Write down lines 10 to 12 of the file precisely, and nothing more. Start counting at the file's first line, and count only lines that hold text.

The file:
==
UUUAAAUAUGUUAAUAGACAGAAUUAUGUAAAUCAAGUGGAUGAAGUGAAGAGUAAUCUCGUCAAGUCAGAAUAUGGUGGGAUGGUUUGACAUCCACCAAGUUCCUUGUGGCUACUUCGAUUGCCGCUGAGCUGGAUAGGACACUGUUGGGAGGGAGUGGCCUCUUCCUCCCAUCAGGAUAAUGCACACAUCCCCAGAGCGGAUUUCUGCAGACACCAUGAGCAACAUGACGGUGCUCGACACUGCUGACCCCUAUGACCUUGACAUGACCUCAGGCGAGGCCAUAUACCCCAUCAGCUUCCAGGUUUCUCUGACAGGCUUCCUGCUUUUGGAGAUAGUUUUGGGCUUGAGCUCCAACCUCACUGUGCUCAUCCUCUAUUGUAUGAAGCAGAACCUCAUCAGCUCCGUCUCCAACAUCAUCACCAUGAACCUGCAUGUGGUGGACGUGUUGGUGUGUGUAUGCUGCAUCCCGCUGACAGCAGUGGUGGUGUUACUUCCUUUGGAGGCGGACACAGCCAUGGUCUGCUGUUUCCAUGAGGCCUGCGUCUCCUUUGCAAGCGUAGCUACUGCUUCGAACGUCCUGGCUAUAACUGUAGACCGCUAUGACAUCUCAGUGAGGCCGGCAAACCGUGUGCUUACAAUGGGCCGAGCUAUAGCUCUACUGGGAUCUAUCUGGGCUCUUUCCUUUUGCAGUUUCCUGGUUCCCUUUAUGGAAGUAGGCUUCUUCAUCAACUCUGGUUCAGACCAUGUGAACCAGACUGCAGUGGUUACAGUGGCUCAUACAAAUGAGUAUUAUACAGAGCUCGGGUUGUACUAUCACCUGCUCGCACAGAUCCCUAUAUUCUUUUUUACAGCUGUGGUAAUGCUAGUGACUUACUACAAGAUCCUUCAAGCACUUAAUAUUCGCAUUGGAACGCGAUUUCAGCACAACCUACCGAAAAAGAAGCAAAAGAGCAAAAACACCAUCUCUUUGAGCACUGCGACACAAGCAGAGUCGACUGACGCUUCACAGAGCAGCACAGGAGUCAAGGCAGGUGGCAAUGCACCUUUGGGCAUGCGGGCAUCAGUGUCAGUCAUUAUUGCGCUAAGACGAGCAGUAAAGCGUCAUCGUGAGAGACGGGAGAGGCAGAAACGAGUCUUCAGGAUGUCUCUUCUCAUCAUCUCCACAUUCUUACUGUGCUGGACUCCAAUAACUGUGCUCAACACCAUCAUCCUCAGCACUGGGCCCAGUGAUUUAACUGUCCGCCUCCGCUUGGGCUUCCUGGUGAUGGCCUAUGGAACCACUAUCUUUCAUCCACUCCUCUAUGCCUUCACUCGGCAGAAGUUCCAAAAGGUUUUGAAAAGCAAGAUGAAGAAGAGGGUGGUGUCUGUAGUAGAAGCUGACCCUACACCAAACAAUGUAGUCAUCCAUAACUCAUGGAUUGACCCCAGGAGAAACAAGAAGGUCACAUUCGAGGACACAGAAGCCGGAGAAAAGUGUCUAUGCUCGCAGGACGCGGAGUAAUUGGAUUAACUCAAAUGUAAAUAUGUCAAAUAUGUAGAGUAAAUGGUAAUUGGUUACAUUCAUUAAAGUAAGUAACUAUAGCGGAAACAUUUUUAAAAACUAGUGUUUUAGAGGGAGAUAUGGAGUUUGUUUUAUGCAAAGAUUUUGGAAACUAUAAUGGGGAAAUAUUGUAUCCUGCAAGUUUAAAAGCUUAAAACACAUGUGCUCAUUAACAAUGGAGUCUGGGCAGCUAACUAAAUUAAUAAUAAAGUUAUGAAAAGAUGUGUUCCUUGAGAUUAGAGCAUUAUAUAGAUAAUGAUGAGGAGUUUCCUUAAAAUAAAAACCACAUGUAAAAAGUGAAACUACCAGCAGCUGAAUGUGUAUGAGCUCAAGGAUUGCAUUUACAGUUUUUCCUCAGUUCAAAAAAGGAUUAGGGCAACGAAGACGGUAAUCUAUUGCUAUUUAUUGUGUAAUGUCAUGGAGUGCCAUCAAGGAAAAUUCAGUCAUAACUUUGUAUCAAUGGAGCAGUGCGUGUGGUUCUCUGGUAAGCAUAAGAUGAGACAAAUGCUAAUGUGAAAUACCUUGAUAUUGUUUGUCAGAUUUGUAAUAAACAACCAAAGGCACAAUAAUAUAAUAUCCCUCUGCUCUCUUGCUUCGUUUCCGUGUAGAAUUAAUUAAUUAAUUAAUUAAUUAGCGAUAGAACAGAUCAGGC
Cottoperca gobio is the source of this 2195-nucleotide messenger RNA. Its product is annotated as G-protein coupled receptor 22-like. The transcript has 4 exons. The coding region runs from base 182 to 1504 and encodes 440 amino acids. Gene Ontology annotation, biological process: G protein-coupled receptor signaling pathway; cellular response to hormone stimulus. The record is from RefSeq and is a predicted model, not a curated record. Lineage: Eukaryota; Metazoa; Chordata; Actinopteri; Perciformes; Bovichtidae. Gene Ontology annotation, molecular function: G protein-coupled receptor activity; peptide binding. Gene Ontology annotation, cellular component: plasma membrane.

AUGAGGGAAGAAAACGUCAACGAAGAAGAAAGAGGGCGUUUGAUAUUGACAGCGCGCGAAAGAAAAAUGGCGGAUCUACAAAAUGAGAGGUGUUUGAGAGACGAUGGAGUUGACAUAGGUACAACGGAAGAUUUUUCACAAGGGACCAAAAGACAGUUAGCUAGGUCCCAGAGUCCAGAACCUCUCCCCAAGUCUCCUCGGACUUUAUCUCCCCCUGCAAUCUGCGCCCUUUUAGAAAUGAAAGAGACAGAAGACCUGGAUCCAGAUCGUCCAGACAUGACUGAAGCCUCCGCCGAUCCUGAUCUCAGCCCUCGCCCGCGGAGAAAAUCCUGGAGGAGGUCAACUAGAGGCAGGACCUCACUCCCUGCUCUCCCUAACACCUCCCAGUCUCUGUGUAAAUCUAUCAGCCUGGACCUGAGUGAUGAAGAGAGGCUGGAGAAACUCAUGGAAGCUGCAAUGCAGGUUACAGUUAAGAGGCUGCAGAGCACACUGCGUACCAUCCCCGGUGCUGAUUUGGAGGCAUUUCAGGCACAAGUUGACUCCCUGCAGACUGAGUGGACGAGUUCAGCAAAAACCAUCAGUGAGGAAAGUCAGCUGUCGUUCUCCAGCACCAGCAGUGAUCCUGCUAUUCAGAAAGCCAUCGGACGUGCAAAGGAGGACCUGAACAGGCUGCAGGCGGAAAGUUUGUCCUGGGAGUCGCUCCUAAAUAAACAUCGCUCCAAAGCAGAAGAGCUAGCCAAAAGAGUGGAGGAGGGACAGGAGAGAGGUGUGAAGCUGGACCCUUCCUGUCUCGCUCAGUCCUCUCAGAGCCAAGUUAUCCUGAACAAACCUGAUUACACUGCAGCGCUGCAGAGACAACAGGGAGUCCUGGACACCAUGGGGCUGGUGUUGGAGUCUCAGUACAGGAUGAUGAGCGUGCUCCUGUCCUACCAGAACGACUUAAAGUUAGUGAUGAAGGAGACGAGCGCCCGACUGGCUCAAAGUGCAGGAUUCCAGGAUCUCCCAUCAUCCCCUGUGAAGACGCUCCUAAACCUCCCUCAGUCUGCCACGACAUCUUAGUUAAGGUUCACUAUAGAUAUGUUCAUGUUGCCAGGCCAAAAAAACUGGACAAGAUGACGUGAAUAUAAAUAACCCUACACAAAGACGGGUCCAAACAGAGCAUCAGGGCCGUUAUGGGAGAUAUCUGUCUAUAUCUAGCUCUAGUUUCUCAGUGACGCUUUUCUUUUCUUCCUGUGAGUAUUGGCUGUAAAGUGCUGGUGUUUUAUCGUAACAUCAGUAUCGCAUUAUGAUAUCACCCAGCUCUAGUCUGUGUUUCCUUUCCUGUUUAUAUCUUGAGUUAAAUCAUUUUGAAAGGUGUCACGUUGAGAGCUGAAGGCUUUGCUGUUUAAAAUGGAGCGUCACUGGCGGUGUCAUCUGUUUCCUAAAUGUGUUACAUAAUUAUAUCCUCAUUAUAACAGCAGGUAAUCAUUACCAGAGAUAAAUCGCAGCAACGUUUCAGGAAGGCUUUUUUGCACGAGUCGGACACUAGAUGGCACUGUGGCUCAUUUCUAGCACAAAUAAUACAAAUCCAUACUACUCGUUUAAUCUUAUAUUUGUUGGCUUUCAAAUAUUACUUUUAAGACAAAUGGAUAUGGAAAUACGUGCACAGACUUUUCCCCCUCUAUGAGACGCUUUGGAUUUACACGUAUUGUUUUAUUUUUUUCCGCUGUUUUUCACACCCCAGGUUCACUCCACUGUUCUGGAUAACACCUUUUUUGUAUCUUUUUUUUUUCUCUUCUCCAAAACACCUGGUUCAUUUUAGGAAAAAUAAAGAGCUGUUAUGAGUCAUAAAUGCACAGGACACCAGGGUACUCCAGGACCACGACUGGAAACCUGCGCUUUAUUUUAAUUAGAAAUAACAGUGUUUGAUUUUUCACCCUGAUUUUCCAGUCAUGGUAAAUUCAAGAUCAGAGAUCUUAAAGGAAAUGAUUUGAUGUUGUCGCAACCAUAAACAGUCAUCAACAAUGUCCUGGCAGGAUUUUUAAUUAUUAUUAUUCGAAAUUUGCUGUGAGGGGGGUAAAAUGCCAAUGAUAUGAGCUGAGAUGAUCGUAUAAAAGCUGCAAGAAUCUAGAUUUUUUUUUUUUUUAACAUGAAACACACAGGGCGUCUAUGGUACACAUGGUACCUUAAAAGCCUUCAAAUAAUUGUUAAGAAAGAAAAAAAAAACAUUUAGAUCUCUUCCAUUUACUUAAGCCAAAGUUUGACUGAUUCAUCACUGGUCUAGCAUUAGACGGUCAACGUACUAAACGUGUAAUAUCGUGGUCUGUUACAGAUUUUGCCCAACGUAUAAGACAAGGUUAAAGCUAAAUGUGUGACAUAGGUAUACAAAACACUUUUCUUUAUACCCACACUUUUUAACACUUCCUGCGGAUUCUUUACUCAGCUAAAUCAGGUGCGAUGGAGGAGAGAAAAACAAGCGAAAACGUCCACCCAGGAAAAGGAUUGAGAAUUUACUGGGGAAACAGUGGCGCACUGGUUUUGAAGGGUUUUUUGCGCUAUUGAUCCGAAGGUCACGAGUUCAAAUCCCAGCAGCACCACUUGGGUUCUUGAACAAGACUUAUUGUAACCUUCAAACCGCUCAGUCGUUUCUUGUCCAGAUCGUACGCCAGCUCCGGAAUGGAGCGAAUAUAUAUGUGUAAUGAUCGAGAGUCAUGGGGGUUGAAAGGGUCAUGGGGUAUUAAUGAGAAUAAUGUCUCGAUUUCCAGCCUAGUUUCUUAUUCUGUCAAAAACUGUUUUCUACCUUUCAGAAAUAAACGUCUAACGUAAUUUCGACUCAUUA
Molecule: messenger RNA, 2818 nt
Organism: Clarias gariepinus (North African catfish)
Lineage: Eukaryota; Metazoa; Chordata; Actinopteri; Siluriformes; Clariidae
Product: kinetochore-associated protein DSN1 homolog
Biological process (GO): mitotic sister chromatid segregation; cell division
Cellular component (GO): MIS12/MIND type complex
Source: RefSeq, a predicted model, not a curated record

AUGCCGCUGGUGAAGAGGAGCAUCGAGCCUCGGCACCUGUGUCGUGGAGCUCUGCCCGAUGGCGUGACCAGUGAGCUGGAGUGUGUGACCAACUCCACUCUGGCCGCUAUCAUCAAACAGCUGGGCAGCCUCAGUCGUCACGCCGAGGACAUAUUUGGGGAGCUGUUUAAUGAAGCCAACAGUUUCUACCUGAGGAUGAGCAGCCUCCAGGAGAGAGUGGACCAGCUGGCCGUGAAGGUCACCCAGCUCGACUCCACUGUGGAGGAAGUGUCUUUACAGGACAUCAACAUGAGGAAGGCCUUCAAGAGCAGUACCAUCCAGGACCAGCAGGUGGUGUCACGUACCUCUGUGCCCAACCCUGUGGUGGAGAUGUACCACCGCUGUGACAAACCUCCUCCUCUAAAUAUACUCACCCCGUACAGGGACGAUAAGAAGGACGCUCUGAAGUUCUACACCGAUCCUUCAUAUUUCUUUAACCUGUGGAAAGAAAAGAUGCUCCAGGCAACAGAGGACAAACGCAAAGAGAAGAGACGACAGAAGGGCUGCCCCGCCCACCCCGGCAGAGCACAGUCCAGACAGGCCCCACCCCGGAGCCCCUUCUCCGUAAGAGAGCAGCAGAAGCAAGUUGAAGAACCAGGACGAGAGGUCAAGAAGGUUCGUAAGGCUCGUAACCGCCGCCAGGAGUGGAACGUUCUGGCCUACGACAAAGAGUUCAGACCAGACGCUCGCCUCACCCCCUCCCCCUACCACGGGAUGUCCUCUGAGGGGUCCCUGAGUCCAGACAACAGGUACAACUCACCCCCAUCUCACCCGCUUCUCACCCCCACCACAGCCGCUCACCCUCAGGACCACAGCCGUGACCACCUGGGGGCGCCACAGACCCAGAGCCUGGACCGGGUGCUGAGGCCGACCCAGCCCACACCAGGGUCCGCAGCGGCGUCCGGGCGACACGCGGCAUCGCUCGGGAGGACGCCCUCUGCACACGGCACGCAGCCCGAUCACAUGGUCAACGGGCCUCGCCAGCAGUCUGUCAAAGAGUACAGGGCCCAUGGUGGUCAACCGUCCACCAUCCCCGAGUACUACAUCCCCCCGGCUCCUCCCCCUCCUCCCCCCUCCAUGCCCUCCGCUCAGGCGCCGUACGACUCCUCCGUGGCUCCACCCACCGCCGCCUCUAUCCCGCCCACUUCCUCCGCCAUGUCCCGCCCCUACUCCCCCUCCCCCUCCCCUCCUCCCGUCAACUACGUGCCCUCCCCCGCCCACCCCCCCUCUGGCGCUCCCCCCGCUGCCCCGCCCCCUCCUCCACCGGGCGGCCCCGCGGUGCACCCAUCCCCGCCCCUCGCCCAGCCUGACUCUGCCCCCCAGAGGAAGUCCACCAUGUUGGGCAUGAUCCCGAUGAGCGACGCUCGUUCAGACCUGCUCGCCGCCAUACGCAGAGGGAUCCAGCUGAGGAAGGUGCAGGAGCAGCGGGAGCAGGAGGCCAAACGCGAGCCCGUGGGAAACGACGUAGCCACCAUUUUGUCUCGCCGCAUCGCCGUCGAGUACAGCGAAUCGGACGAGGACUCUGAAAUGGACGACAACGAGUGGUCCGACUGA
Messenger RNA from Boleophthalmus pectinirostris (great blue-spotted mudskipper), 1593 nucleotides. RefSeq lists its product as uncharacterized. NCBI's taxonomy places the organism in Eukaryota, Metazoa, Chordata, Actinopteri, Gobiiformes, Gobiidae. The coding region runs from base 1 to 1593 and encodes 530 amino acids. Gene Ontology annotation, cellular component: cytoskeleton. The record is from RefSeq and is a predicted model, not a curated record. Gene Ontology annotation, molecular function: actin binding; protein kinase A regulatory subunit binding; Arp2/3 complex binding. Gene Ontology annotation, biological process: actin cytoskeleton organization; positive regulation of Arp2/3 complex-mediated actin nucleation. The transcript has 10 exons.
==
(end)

Source: RefSeq, a predicted model, not a curated record

AUGCCGCUGGUGAAGAGGAGCAUCGAGCCUCGGCACCUGUGUCGUGGAGCUCUGCCCGAUGGCGUGACCAGUGAGCUGGAGUGUGUGACCAACUCCACUCUGGCCGCUAUCAUCAAACAGCUGGGCAGCCUCAGUCGUCACGCCGAGGACAUAUUUGGGGAGCUGUUUAAUGAAGCCAACAGUUUCUACCUGAGGAUGAGCAGCCUCCAGGAGAGAGUGGACCAGCUGGCCGUGAAGGUCACCCAGCUCGACUCCACUGUGGAGGAAGUGUCUUUACAGGACAUCAACAUGAGGAAGGCCUUCAAGAGCAGUACCAUCCAGGACCAGCAGGUGGUGUCACGUACCUCUGUGCCCAACCCUGUGGUGGAGAUGUACCACCGCUGUGACAAACCUCCUCCUCUAAAUAUACUCACCCCGUACAGGGACGAUAAGAAGGACGCUCUGAAGUUCUACACCGAUCCUUCAUAUUUCUUUAACCUGUGGAAAGAAAAGAUGCUCCAGGCAACAGAGGACAAACGCAAAGAGAAGAGACGACAGAAGGGCUGCCCCGCCCACCCCGGCAGAGCACAGUCCAGACAGGCCCCACCCCGGAGCCCCUUCUCCGUAAGAGAGCAGCAGAAGCAAGUUGAAGAACCAGGACGAGAGGUCAAGAAGGUUCGUAAGGCUCGUAACCGCCGCCAGGAGUGGAACGUUCUGGCCUACGACAAAGAGUUCAGACCAGACGCUCGCCUCACCCCCUCCCCCUACCACGGGAUGUCCUCUGAGGGGUCCCUGAGUCCAGACAACAGGUACAACUCACCCCCAUCUCACCCGCUUCUCACCCCCACCACAGCCGCUCACCCUCAGGACCACAGCCGUGACCACCUGGGGGCGCCACAGACCCAGAGCCUGGACCGGGUGCUGAGGCCGACCCAGCCCACACCAGGGUCCGCAGCGGCGUCCGGGCGACACGCGGCAUCGCUCGGGAGGACGCCCUCUGCACACGGCACGCAGCCCGAUCACAUGGUCAACGGGCCUCGCCAGCAGUCUGUCAAAGAGUACAGGGCCCAUGGUGGUCAACCGUCCACCAUCCCCGAGUACUACAUCCCCCCGGCUCCUCCCCCUCCUCCCCCCUCCAUGCCCUCCGCUCAGGCGCCGUACGACUCCUCCGUGGCUCCACCCACCGCCGCCUCUAUCCCGCCCACUUCCUCCGCCAUGUCCCGCCCCUACUCCCCCUCCCCCUCCCCUCCUCCCGUCAACUACGUGCCCUCCCCCGCCCACCCCCCCUCUGGCGCUCCCCCCGCUGCCCCGCCCCCUCCUCCACCGGGCGGCCCCGCGGUGCACCCAUCCCCGCCCCUCGCCCAGCCUGACUCUGCCCCCCAGAGGAAGUCCACCAUGUUGGGCAUGAUCCCGAUGAGCGACGCUCGUUCAGACCUGCUCGCCGCCAUACGCAGAGGGAUCCAGCUGAGGAAGGUGCAGGAGCAGCGGGAGCAGGAGGCCAAACGCGAGCCCGUGGGAAACGACGUAGCCACCAUUUUGUCUCGCCGCAUCGCCGUCGAGUACAGCGAAUCGGACGAGGACUCUGAAAUGGACGACAACGAGUGGUCCGACUGA
Messenger RNA from Boleophthalmus pectinirostris (great blue-spotted mudskipper), 1593 nucleotides. RefSeq lists its product as uncharacterized. NCBI's taxonomy places the organism in Eukaryota, Metazoa, Chordata, Actinopteri, Gobiiformes, Gobiidae. The coding region runs from base 1 to 1593 and encodes 530 amino acids. Gene Ontology annotation, cellular component: cytoskeleton. The record is from RefSeq and is a predicted model, not a curated record. Gene Ontology annotation, molecular function: actin binding; protein kinase A regulatory subunit binding; Arp2/3 complex binding. Gene Ontology annotation, biological process: actin cytoskeleton organization; positive regulation of Arp2/3 complex-mediated actin nucleation. The transcript has 10 exons.